October is a busy month for horseracing. There are three meetings spread across the
world that offer horses the chance to prove themselves champions and their connections the
opportunity to claim some of the largest sums of prize-money available. Early October sees the
Prix de l'Arc de Triomphe contested at Longchamp, Paris. In mid-October the spot-light is on
Newmarket for the Champion Stakes before the merry-go-round shifts across the Atlantic towards the
end of the month for the Breeders' Cup. It was in 1982 that the Breeders' Cup was conceived as
showcase finale to the season.
The Breeders' Cup is somewhat unusual in its format because it does not take place at the same
racecourse each year; rather, it has a peripatetic nature over the whole of North America. The
inaugural event, in 1984, took place at Hollywood Park, California (it was also held there in 1987
and 1997); this year (2003) it was at Santa Anita, California (as it was in 1986 and 1993)
and next year it will be at Lone Star Park, Texas for the first time. In 1996, Woodbine, Toronto
hosted the meeting. Churchill Downs, Kentucky has hosted it most frequently, on five occasions
(1988, 1991, 1994, 1998 and 2000).
Other tracks have included Gulfstream Park in Florida (1989, 1992 and 1989), Belmont Park in New York
(1990, 1995 and 2001), Aqueduct in New York in 1985, Arlington Park, Illinois in 2002.
Cutting to the Chase
The Breeders' Cup comprises eight races. Between them, these races accomodate male and female
horses, turf and dirt tracks and a range of distances. There is a maximum field of 14 entries for each race. Should over-subscription necessitate it, selection is made according to a points-based system and a panel of judges.
The race worth the most, coming in at a cool $4 million, is the Classic. It is run over 1 mile
and 2 furlongs on dirt and is open to colts and fillies aged three or over.
Next is the Turf — run, unsurprisingly, on turf — over 1 mile 4 furlongs and also open to colts
and fillies aged three or more. That is worth $2 million to the winner.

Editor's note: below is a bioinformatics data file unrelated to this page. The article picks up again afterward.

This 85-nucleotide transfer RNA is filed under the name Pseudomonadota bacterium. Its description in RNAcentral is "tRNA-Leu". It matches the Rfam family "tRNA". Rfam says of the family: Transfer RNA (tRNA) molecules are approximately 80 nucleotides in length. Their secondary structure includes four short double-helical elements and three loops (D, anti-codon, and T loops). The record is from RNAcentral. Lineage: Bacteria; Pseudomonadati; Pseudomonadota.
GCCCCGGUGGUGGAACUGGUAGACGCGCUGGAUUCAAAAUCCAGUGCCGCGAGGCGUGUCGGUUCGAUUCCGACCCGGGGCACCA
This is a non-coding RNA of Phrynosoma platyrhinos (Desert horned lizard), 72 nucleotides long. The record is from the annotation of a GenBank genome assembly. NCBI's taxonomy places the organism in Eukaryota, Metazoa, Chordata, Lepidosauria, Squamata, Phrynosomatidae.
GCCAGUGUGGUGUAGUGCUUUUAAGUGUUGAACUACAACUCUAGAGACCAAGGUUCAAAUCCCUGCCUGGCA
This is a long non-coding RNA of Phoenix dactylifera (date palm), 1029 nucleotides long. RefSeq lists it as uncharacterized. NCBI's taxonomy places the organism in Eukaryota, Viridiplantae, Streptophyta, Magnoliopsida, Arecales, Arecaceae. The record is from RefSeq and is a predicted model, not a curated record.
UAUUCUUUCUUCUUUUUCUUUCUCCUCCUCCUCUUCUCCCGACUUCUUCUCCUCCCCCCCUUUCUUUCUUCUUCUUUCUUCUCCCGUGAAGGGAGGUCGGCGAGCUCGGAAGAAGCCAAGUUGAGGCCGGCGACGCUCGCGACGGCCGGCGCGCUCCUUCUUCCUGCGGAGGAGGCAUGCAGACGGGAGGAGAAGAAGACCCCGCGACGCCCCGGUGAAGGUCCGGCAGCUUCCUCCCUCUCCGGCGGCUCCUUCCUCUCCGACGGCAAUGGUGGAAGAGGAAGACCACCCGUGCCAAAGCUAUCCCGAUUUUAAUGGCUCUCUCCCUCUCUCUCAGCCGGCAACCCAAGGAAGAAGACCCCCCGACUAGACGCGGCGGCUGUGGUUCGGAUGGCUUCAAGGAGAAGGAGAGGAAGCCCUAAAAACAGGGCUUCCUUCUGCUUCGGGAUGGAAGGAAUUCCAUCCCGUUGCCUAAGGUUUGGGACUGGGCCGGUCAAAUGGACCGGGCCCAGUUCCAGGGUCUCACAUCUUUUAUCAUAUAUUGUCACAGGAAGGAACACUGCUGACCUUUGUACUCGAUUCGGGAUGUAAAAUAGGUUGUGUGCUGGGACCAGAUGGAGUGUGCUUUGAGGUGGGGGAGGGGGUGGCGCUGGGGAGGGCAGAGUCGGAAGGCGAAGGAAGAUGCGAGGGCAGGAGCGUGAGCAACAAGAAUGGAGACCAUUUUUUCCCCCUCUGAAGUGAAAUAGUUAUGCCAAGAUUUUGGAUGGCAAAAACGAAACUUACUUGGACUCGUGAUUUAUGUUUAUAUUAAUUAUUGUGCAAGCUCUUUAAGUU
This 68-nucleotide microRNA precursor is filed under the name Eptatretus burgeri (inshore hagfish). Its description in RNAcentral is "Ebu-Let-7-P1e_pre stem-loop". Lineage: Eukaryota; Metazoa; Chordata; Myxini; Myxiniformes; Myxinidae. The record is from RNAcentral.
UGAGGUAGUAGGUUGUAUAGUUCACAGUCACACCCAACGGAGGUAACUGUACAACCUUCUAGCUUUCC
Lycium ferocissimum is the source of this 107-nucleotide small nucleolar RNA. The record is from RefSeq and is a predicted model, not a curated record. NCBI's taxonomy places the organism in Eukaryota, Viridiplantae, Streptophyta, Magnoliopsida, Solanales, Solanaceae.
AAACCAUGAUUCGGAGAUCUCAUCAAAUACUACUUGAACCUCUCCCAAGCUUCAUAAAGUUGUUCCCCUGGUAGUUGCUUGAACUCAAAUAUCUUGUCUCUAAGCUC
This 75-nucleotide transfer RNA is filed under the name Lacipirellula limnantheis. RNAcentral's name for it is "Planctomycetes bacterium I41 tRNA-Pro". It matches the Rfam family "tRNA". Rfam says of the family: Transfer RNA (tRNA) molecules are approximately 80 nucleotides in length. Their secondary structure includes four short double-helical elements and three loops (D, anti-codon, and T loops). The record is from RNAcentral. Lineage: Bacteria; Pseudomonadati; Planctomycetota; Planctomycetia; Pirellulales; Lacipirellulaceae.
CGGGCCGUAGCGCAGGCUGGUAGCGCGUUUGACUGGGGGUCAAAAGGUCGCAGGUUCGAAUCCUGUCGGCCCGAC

The Distaff is also worth $2 million to the winner, but is for fillies and mares only, aged three plus.
It is run over 1 mile and 1 furlong on dirt.
The Mile, worth $1.5 million, is run on turf over, as its name would suggest, a mile. Again both
colts and fillies are eligible to run if they are aged three or more.
The Filly and Mare Turf offers a prize of $1 million to the winner and is run over 1 mile 2
$1 million is also on offer to the connections of the colt or filly that can run the fastest over
6 furlongs on dirt in the Sprint.
There are two juvenile races that are for two year olds only. Both are run on dirt over 1 mile
and half a furlong, but the colts' race (the Juvenile) is worth $1.5 million, compared to the
fillies' version, the Juvenile Fillies, which offers £1 million to the winner.
Trends and Patterns; Facts and Figures
As a general rule, the American-trained horses have had more success on the dirt whilst the European horses usually mount a greater challenge when racing on the turf. (Hardly surprising, given the natures of American and European racing.) However, the European raiders find travelling to the West coast more difficult than the East. It was in 2003 that they proved they could handle the journey and the acclimatization; Islington, trained in the UK, won the Filly and Mare Turf whilst High Chapparal is an Irish-trained horse.
The 2003 Breeders' Cup turned out a few other firsts in the history of the competition, too. Julie Krone became the first female jockey to win a Breeders' Cup race, riding Halfbridled to victory in the Juvenile Fillies. The Turf gave rise to the first dead-heat, too, with High Chapparal and Johar crossing the line together, just ahead of the favourite, Falbrav.
As much as the American racing industry might regard the Breeders' Cup as the seasonal finale, for the European trainers, it has only recently been something to be planned into a horse's racing programme. Until a few years ago, the Breeders' Cup was tacked-on as an after-thought. Furthermore, there is the Japan Cup to be considered. Nevertheless, it makes for a spectacular event and an entry there, let alone a winner, makes for much excitement.
- The Debutante's Papa